Master of Arts (MA)
First Committee Member
Number of Pages
This thesis, by examining how business, government, and civic leaders promoted civil defense, shows how a policy of self-help merged the roles of citizen and consumer and how family-centered preparedness equated the survival of the nuclear family with the victory of the US in the Cold War. Civil defense officials helped reinforce messages about gender roles by stressing the value of nuclear families and the crucial role each family member played in the defense of America. Public information campaigns emphasized the importance of free enterprise and privatization by endorsing a policy of self-help for American families whereby individual families were responsible for the purchase of their own means of survival. This thesis will help us better understand the early years of the Cold War by showing how consumption became entwined with civic duty through the efforts of civil defense officials. These efforts created an image of civil defense that centered on a model citizen in the marketplace purchasing the products needed to guarantee his and his family's own survival.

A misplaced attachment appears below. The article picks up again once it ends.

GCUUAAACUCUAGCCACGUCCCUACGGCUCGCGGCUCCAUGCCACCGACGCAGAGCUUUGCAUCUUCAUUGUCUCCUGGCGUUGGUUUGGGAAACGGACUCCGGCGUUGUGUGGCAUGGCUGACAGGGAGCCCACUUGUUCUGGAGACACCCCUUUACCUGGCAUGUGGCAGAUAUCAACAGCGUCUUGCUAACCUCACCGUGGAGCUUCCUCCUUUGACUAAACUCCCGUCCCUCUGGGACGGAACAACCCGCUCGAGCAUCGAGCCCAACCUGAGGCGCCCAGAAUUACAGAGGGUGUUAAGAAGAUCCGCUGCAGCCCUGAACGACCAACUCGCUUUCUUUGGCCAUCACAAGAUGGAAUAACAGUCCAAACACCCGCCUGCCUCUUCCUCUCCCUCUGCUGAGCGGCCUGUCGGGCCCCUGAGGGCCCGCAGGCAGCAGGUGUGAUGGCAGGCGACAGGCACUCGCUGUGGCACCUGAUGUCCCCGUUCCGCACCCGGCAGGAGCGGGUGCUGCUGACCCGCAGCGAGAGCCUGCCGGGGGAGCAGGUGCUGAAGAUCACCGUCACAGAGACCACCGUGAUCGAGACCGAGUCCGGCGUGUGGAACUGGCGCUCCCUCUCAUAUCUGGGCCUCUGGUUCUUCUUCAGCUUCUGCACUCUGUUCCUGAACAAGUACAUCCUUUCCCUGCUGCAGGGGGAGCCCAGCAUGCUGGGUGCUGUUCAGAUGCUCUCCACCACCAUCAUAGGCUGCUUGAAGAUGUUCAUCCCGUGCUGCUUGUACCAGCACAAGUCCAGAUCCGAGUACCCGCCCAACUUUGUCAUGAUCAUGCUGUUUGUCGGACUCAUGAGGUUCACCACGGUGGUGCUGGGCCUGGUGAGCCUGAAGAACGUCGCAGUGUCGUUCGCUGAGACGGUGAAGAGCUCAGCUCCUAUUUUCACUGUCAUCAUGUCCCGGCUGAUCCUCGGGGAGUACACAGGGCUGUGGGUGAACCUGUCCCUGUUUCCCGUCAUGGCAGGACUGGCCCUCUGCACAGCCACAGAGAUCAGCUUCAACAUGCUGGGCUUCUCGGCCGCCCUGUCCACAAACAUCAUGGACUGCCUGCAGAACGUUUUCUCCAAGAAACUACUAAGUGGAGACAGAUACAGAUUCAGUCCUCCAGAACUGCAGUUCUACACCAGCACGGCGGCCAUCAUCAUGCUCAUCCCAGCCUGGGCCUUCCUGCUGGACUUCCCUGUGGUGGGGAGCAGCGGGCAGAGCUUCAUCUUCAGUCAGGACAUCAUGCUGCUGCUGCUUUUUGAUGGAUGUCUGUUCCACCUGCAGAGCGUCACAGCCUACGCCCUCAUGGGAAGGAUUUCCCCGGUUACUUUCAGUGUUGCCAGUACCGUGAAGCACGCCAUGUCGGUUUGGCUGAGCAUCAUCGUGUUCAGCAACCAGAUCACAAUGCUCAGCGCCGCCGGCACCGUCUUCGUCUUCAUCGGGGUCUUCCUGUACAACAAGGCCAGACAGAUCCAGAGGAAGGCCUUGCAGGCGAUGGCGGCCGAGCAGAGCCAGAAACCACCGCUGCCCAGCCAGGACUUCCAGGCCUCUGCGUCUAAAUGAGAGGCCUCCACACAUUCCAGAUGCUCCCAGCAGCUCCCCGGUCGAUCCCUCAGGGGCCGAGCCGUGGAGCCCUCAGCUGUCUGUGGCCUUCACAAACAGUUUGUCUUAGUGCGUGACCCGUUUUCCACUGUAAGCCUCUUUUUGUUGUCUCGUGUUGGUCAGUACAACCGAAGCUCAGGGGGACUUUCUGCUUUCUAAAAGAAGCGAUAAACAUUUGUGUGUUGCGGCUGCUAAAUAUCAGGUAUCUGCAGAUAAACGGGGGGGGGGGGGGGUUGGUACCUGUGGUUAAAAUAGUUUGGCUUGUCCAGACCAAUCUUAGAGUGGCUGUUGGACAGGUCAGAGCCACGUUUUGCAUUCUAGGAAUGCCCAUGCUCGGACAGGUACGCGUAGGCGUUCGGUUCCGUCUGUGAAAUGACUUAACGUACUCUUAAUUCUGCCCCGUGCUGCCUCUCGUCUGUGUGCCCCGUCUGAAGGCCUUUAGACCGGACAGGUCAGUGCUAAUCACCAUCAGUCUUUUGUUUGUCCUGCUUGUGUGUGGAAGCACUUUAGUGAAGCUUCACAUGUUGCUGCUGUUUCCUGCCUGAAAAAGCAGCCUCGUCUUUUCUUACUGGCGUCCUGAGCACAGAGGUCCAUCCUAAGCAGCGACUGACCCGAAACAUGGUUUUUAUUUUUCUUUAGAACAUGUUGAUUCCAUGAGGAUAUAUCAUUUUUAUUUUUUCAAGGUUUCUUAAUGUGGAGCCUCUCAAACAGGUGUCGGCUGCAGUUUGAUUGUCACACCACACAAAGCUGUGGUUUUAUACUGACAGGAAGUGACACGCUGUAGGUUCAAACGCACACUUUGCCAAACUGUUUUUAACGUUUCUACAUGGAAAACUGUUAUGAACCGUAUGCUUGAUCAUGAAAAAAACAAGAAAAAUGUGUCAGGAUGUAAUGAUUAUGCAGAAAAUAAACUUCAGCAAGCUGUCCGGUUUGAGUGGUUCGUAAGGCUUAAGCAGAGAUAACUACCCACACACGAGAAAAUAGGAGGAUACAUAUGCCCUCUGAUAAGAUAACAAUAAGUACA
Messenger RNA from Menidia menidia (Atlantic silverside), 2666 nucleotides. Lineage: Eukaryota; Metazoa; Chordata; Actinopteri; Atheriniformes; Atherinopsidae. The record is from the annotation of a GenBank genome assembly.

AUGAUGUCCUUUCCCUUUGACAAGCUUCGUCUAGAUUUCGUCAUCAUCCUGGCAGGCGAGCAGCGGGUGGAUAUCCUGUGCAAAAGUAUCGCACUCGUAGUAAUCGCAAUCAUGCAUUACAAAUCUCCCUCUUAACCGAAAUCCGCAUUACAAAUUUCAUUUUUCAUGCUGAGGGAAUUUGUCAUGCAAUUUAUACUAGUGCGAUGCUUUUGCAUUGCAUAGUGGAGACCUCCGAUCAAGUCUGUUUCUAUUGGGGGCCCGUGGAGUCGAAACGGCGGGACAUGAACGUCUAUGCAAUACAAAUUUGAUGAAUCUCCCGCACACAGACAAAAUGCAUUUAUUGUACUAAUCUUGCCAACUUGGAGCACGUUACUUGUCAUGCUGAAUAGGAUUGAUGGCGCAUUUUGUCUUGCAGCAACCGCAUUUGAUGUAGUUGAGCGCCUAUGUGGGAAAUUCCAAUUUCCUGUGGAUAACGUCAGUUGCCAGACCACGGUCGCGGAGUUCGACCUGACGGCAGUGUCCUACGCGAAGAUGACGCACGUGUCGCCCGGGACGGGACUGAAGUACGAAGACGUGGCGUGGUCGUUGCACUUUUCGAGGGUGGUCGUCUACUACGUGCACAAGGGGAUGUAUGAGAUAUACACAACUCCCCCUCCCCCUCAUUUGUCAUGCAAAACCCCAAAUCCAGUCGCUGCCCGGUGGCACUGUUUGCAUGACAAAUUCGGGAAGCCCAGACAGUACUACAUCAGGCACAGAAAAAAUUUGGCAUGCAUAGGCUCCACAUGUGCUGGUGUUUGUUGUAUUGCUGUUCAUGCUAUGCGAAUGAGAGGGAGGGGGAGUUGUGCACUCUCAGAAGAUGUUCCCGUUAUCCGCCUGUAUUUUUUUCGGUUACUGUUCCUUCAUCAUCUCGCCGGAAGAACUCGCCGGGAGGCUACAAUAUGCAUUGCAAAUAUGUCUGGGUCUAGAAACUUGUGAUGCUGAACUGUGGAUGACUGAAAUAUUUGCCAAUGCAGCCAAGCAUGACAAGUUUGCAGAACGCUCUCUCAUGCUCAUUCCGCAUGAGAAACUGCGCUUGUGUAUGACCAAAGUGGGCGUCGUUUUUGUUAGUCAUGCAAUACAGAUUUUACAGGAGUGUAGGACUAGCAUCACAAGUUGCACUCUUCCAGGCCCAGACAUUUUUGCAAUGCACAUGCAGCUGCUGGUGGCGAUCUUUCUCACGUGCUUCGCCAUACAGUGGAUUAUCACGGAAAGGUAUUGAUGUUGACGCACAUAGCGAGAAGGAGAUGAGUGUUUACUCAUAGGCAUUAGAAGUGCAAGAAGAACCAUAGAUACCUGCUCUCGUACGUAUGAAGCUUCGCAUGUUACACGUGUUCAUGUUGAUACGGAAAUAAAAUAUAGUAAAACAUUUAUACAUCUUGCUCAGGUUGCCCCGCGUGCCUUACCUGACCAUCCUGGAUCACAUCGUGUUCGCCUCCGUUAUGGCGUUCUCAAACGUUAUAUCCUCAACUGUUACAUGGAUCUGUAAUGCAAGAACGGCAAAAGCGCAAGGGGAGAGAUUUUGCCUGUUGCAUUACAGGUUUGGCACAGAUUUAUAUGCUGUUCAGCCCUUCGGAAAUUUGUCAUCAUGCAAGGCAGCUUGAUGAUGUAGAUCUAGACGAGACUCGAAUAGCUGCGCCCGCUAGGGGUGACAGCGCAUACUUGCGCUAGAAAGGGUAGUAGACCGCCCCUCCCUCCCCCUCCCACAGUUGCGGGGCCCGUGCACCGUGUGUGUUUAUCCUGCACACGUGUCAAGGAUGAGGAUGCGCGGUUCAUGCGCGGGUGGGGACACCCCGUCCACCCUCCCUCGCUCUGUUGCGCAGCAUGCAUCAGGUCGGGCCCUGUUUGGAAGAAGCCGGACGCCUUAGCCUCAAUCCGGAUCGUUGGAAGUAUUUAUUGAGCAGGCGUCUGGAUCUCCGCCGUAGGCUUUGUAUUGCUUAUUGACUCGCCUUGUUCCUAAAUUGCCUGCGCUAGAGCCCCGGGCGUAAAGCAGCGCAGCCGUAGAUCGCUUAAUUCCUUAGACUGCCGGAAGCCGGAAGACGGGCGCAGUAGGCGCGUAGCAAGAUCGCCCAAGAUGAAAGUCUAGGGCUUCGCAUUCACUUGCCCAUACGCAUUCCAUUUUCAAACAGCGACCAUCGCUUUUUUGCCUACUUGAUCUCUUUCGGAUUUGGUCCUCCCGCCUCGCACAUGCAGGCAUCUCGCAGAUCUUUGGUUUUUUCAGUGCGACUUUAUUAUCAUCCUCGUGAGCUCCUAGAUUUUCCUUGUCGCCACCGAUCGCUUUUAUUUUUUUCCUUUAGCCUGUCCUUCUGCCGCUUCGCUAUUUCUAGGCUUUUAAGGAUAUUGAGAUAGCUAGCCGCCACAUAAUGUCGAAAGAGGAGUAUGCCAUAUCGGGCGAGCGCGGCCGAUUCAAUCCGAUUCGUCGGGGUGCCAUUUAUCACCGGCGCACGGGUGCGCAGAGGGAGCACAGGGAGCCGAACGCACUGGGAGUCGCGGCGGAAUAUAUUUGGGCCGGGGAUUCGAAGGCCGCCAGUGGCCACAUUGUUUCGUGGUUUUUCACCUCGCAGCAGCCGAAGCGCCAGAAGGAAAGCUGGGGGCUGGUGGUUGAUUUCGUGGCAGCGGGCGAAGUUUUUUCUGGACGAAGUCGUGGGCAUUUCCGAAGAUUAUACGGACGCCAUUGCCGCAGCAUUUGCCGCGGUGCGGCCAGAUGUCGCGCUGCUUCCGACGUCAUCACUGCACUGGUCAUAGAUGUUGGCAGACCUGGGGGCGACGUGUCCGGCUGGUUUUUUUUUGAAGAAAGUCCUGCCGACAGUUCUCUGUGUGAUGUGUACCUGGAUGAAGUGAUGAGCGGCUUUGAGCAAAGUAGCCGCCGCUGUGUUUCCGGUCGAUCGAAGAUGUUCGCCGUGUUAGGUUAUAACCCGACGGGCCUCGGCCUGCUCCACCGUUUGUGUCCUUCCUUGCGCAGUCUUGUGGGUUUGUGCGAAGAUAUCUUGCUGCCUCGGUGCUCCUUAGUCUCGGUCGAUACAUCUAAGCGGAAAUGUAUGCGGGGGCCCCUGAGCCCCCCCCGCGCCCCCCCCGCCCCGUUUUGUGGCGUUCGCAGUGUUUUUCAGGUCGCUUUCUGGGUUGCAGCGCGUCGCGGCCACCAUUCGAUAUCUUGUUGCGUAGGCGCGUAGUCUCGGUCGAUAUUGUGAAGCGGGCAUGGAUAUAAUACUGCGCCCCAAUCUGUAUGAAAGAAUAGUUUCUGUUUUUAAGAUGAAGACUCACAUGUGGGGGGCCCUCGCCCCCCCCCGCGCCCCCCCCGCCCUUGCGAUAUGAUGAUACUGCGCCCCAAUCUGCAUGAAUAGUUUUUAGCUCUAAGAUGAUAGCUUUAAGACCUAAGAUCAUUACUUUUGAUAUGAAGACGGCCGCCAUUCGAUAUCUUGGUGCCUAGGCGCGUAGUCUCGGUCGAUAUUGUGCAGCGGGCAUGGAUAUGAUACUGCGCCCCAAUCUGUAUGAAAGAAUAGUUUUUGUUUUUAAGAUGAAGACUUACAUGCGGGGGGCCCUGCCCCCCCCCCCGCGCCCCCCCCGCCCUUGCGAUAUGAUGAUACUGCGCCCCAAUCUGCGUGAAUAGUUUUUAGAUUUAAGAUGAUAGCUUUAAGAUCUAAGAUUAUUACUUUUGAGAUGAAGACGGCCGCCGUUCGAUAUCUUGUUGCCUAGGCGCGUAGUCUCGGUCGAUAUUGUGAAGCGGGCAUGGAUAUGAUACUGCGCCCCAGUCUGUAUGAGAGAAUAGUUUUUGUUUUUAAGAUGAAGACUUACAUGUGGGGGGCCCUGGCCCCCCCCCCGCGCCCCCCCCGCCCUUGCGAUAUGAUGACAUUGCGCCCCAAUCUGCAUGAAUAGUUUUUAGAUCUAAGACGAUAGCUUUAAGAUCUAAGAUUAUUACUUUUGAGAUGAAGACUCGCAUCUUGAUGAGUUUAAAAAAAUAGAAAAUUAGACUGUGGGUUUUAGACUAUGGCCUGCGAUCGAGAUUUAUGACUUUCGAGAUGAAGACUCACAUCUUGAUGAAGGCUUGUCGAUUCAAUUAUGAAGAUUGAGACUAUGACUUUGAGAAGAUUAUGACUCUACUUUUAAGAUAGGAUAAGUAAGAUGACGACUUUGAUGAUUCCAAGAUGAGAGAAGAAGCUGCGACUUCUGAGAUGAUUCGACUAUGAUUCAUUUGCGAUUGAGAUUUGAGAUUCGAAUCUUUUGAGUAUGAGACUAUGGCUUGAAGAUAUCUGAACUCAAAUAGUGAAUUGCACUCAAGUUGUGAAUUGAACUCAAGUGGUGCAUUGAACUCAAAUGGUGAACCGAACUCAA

Civil; Commerce; Defense; Politics; Preparedness; Selling
Civil defense; Nuclear families; Sex role; Cold War; United States; History
University of Nevada, Las Vegas
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Moor, Angela Christine, "Selling civil defense: The politics and commerce of preparedness, 1950--1963" (2008). UNLV Retrospective Theses & Dissertations. 2356.
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